If we take a single sampling of a submitted product and run it on our instrument multiple times, each run is within ~1% (relative) of every other run of that same sampling (for most cannabinoids and terpenoids, for example). Thus, we might see values like the following: 15.5%, 15.3%, 15.4%, 15.7%, etc. These results have an absolute standard deviation of 0.17% or a relative standard deviation of 0.17%/15.5% = ~0.01 or ~1% relative. This gives a measure of the precision of the instrumentation method. Thus, the instrumentation gives very precise values of the sample of the product that was selected for testing. However, one measurement does not give any information about how another sample from that same batch might turn out, because each sample is a little different, even two samples from the same exact bud.
If we take multiple samplings from a submitted flower sample and run each sampling separately, then we might see, for the results from different samplings, something like 15.4, 13.7, 17.1, 16.5. This increased variation is due to the fact that flowers - even if it is just one bud - have significant heterogeneity, as is true of all biological entities. This variation is inherent in the sample and the only way to get around it is to make multiple tests of the batch and use the variability between the multiple samplings and tests to assess the variability within the batch. For some applications, it may be useful to get three tests (the minimum needed to adequately estimate the variation in the batch) and report a range that is representative of the variation in the batch. For this example, the average of the four sampling measurements is 15.7, but that doesn't give any indication of the variability. If, instead, one reported the "Range" (lowest to highest result) = 13.7-17.1, it may be more informative regarding the nature of the batch and would increase the likelihood that subsequent tests from that same batch (maybe submitted by your customer, etc.) will come in within or close to that range. This can eliminate disagreements like: "You said this was 16.5% but I had it tested and it came out at 15.4% and I want my money back."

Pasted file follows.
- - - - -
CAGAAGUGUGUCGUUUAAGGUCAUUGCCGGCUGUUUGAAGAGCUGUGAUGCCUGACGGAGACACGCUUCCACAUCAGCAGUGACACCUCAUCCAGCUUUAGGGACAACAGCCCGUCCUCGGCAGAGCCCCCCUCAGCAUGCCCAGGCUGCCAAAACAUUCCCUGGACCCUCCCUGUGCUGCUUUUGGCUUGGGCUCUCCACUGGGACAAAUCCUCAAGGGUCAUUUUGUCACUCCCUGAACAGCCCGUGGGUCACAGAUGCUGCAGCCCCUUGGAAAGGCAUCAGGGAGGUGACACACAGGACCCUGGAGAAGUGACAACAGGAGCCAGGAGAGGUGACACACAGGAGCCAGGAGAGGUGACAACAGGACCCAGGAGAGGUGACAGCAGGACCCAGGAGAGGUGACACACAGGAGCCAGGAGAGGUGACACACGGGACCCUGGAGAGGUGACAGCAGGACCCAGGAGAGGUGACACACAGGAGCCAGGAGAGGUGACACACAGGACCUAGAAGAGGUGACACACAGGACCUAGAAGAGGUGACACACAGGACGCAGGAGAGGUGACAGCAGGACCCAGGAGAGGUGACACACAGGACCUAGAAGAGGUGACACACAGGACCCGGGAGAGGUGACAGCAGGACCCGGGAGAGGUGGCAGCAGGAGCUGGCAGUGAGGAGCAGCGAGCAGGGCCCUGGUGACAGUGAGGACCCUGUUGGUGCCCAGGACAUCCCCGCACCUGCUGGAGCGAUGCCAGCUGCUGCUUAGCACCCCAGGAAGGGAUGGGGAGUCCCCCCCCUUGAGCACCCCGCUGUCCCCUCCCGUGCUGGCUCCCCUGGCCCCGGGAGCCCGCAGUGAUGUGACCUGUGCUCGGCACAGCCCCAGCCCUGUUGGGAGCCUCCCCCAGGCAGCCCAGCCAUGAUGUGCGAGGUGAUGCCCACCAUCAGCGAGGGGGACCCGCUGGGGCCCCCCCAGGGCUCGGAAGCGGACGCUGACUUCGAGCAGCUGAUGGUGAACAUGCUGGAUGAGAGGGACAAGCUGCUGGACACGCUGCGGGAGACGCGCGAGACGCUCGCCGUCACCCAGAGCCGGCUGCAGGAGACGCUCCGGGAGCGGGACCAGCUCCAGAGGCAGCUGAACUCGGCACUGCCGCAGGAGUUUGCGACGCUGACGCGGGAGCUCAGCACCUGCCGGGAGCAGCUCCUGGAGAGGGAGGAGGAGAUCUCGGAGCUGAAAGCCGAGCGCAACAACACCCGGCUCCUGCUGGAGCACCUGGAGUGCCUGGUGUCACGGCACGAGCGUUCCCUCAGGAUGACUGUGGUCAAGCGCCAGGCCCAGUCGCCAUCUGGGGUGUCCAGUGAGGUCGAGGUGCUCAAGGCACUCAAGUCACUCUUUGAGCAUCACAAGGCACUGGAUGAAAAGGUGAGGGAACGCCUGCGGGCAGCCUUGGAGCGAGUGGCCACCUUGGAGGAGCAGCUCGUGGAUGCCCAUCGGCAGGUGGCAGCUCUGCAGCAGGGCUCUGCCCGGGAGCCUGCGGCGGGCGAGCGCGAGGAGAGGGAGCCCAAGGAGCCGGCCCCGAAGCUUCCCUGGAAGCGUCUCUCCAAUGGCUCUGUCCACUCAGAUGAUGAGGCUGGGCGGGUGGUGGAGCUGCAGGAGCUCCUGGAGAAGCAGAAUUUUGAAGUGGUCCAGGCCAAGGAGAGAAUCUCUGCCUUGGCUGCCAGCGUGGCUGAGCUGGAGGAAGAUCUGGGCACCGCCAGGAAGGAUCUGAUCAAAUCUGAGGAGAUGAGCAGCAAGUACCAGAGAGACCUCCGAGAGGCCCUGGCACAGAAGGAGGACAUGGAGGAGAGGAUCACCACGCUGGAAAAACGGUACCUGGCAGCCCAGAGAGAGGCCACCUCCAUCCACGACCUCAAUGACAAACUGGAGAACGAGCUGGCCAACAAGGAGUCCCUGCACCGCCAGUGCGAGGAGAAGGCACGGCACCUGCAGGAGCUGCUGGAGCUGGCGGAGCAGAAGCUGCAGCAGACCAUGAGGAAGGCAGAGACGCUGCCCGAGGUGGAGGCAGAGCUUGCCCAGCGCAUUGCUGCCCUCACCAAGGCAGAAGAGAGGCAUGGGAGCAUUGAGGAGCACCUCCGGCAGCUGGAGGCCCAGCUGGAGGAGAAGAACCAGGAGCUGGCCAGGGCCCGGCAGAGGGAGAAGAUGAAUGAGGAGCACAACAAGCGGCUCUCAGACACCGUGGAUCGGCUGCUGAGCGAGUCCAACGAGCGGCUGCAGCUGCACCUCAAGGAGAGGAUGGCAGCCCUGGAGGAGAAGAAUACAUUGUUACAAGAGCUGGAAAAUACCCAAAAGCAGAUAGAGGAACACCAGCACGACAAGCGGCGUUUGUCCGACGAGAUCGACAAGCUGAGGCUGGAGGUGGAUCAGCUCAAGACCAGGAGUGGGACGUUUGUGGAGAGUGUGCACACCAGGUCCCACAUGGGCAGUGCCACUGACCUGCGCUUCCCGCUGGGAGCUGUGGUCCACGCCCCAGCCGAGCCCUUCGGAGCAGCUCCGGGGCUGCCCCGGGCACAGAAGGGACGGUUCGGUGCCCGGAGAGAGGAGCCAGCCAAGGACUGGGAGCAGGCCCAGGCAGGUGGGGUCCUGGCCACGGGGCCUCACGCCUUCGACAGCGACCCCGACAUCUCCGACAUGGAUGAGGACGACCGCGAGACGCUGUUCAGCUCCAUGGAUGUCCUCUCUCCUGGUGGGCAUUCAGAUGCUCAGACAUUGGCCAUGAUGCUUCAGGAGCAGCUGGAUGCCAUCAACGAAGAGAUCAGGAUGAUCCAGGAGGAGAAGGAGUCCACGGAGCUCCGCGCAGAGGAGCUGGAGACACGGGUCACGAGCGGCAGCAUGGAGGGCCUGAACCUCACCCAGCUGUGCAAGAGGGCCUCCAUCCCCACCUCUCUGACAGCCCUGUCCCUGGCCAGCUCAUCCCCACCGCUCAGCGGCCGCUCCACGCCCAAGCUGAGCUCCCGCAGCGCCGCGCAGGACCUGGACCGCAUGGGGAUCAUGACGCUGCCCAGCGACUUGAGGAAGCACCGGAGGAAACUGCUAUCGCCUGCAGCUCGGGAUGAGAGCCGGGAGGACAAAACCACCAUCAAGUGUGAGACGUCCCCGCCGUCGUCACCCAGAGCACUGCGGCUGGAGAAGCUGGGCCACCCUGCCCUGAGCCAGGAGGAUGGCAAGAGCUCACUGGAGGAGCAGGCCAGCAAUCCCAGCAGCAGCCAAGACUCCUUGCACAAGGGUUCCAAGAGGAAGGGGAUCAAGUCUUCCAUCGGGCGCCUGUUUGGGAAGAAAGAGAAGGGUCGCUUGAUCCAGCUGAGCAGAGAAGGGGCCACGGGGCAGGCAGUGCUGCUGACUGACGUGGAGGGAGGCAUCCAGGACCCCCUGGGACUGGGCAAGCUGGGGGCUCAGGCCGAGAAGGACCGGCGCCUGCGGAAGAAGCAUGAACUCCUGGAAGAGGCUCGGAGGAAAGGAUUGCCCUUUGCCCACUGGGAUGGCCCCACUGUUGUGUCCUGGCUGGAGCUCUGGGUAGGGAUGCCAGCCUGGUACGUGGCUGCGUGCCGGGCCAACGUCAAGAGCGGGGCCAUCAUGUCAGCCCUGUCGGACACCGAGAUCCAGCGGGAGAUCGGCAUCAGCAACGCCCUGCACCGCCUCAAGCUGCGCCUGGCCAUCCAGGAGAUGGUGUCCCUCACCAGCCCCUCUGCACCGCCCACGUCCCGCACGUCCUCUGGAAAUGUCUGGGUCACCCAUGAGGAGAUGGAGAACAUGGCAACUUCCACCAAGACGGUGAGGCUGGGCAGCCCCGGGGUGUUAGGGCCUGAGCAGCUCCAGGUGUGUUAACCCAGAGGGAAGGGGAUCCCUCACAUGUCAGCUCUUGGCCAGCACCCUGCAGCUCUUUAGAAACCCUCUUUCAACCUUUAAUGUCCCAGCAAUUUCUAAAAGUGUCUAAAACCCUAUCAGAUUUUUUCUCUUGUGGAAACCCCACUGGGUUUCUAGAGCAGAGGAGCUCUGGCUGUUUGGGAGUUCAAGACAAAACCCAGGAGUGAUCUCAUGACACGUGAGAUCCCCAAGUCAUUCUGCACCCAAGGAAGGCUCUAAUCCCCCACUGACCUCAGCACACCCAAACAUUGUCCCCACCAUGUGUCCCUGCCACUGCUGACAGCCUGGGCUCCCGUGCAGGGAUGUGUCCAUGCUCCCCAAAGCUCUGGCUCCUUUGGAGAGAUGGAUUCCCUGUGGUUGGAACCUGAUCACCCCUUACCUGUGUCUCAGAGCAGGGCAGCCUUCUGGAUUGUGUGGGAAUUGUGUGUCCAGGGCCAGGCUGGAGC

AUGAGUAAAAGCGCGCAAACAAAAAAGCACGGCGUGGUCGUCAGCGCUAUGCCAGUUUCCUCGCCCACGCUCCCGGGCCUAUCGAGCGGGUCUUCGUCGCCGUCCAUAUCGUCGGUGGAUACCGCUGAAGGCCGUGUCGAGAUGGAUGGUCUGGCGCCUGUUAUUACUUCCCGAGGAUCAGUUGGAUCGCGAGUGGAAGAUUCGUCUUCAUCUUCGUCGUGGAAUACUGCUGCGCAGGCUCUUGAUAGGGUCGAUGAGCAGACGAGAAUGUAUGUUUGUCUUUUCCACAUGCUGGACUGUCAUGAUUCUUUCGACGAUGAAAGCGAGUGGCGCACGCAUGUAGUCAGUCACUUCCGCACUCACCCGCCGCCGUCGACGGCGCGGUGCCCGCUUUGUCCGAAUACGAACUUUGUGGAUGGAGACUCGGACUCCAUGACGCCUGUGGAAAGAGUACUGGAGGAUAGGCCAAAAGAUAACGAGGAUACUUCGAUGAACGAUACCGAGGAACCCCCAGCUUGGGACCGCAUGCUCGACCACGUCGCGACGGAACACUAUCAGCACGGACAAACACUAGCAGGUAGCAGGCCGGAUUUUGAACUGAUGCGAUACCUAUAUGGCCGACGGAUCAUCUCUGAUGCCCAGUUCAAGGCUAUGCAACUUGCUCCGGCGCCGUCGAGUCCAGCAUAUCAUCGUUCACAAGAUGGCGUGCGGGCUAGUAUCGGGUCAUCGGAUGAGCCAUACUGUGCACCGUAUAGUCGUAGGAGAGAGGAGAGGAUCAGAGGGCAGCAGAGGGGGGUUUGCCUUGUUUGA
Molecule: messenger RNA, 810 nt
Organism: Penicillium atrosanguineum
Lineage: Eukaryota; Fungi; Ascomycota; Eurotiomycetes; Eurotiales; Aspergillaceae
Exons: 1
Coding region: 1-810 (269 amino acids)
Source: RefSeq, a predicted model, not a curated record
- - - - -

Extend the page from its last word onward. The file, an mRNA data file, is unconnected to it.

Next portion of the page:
Another possibility is to report the standard deviation. (Standard deviation is calculated by taking the root-mean-square of the differences between each measurement and the mean or the measurements.) S.D. = 1.5% for the four samplings reported above:
Avg. = 15.7%, S.D. = 1.5%
or a range based on the average and S.D.:
14.2% - 17.2%
or report relative standard deviation (RSD)
Avg. = 15.7%, RSD = 1.5%/15.7% = 0.1 or 10% relative
These methods convey considerably more information about the batch than a single measurement can. Please contact one of our scientific consultants for more information on your specific application.